Dean Weil and the fissured workplace featured in South Korea’s SisaIn magazine

January 11, 2019

SisaIn magazine logo

During his trip to Seoul in December, Dean David Weil spoke at length with SisaIn magazine about his tenure as the Administrator of the Wage and Hour Division at the U.S. Department of Labor from 2014 to 2017.

He discussed the Obama administration’s labor reform efforts, including trying to raise the minimum wage from $7.25 and passing legislation to reform union representation and collective bargaining laws for private sector workers. Since President Obama faced a Republican-controlled Congress, President Obama asked agencies in the Labor Department to focus on reforms and initiatives that didn’t require Congressional approval.

"First, this led us to initiative a major overhaul of federal overtime pay provisions (dating back to the 1940s). The changes we moved through the regulation process would have extended overtime coverage to 4.2 million workers and provide additional protections to almost 9 million workers beyond that. Second, we put forward regulatory changes (that we ultimately defended successfully all the way up to the Supreme Court) that extended minimum wage and overtime protections to homecare workers. Third, we raised the minimum wage to $10.10 for contractors to the federal government including their subcontractors.” The agency also issued impactful guidance regarding who under federal labor standards can be legitimately considered an “independent contractor” versus employee as well as guidance on joint employment. Both pieces of guidance, and enforcement efforts related to them, were a part of a second major area of initiatives related to the “fissured workplace,” a term coined by Dean Weil.

The fissured workplace is a term to describe changes in business organization that have shifted millions of workers from direct employment of major businesses to a host of other relationships, said Dean Weil. That change in employment structure often undermines compliance with labor and workplace laws, makes career and labor market mobility more challenging for workers, and shifts risks to the workforce.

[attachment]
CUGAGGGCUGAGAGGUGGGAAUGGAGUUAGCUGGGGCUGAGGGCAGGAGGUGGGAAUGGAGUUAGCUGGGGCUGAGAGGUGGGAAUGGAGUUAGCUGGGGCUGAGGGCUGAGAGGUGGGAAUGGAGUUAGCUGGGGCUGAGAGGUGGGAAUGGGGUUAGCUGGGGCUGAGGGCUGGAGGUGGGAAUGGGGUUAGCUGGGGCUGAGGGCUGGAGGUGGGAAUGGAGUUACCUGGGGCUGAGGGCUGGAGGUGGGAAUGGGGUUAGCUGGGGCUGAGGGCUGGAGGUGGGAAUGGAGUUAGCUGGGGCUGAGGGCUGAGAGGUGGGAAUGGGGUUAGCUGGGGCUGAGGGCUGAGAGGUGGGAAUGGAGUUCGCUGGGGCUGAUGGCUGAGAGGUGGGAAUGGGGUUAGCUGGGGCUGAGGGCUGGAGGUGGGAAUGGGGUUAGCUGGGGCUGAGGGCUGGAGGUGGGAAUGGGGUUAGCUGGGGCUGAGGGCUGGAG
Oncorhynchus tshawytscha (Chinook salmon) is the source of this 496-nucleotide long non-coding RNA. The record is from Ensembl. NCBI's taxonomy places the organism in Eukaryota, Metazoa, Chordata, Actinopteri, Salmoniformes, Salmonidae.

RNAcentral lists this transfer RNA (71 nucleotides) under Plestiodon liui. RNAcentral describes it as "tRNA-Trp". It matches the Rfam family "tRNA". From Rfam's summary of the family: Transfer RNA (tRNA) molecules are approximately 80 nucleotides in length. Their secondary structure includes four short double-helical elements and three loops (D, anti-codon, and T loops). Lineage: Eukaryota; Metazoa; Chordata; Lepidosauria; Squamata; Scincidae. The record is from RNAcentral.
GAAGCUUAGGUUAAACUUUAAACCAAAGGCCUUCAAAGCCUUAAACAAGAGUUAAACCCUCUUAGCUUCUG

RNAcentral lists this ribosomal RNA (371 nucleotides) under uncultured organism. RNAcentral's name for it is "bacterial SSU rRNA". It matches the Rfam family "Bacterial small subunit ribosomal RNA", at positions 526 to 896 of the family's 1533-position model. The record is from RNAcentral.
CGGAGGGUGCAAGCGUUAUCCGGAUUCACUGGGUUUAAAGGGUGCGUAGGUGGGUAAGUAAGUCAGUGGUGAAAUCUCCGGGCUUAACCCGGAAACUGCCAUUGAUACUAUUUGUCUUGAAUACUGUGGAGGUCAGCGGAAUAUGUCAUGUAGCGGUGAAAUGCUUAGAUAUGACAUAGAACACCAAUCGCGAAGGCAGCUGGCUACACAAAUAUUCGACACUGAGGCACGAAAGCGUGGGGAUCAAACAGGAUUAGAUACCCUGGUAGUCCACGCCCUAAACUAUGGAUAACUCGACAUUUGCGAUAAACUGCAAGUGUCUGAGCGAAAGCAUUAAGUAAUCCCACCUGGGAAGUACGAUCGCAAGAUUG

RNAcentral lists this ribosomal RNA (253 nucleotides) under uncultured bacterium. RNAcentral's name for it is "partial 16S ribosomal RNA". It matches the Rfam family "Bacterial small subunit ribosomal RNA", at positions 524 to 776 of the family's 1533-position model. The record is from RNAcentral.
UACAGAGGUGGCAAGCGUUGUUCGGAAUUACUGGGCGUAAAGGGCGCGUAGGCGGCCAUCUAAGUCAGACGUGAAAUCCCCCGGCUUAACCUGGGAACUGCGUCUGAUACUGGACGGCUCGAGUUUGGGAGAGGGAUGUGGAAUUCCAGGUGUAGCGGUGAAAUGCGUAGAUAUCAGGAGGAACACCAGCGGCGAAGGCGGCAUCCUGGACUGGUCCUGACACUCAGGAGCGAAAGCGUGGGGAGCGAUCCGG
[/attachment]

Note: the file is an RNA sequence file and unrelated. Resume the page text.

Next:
Dean David Weil delivering the keynote address at the Second International Forum on Transforming Cities for Decent Work, hosted by the Seoul Metropolitan Government on Dec. 11, 2018

“For example, those who worked at logistics centers 20 years ago were directly employed by major retailers. Today, retailers do not hire workers directly, but instead subcontract the management of retail distribution centers to major logistics companies. Those companies, in turn, shift much of the labor intensive work to subcontractors and staffing agencies. In some cases, those staffing agencies treat their workforce as independent contractors. So, even though workers are still doing the work carefully managed by standards and incentives set by the retailer, the employment relationship has been divided into the hands of multiple organizations. This undermines compliance, pushes down wages, and often shifts risks like those arising from safety at work onto the work force.”

The fissured workplace is the result of a fundamental restructuring of the economy, said Dean Weil, as companies face more pressure to increase returns for investors. To do so, they lay off staff and focus on core competencies, reducing costs. However, this can lead to greater risk of labor law violations and accidents, and also leads to increased income inequality.

Public policies seek to provide protections from risks and improve conditions for workers, said Dean Weil. The fissured workplace increases short-term profits but often increases job insecurity and reduces those protections, which often shifts the burden to society as a whole. In thinking about future policies for the US or Korea, we need to evaluate how to hold businesses responsible for the conditions that help create the value arising from their activities in a responsible manner. While companies may push back and say they need flexibility to innovate, Dean Weil said he believes it’s possible to do that while also following the law and fairly compensating workers.

Read the full-length article in Korean.

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